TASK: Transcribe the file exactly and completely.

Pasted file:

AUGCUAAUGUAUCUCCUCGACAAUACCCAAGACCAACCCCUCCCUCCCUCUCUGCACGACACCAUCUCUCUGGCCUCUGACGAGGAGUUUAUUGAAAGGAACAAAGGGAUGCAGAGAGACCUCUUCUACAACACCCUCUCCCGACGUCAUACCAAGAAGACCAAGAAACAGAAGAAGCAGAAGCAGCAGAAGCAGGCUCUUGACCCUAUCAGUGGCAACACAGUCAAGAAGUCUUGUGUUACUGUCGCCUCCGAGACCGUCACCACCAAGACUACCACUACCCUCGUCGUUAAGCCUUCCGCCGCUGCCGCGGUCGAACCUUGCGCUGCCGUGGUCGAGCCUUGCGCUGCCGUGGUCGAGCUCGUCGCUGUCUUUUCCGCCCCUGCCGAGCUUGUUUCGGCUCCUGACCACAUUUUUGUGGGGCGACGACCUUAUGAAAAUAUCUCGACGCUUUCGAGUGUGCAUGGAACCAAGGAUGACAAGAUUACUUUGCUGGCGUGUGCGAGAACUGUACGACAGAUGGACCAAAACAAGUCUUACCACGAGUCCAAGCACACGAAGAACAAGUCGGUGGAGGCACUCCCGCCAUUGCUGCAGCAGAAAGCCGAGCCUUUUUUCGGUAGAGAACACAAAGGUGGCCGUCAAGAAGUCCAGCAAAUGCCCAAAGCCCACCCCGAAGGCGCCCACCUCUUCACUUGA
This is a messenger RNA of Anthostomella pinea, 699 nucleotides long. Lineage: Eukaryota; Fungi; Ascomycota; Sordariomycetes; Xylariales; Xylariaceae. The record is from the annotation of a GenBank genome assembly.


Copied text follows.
AUGCUAAUGUAUCUCCUCGACAAUACCCAAGACCAACCCCUCCCUCCCUCUCUGCACGACACCAUCUCUCUGGCCUCUGACGAGGAGUUUAUUGAAAGGAACAAAGGGAUGCAGAGAGACCUCUUCUACAACACCCUCUCCCGACGUCAUACCAAGAAGACCAAGAAACAGAAGAAGCAGAAGCAGCAGAAGCAGGCUCUUGACCCUAUCAGUGGCAACACAGUCAAGAAGUCUUGUGUUACUGUCGCCUCCGAGACCGUCACCACCAAGACUACCACUACCCUCGUCGUUAAGCCUUCCGCCGCUGCCGCGGUCGAACCUUGCGCUGCCGUGGUCGAGCCUUGCGCUGCCGUGGUCGAGCUCGUCGCUGUCUUUUCCGCCCCUGCCGAGCUUGUUUCGGCUCCUGACCACAUUUUUGUGGGGCGACGACCUUAUGAAAAUAUCUCGACGCUUUCGAGUGUGCAUGGAACCAAGGAUGACAAGAUUACUUUGCUGGCGUGUGCGAGAACUGUACGACAGAUGGACCAAAACAAGUCUUACCACGAGUCCAAGCACACGAAGAACAAGUCGGUGGAGGCACUCCCGCCAUUGCUGCAGCAGAAAGCCGAGCCUUUUUUCGGUAGAGAACACAAAGGUGGCCGUCAAGAAGUCCAGCAAAUGCCCAAAGCCCACCCCGAAGGCGCCCACCUCUUCACUUGA
This is a messenger RNA of Anthostomella pinea, 699 nucleotides long. Lineage: Eukaryota; Fungi; Ascomycota; Sordariomycetes; Xylariales; Xylariaceae. The record is from the annotation of a GenBank genome assembly.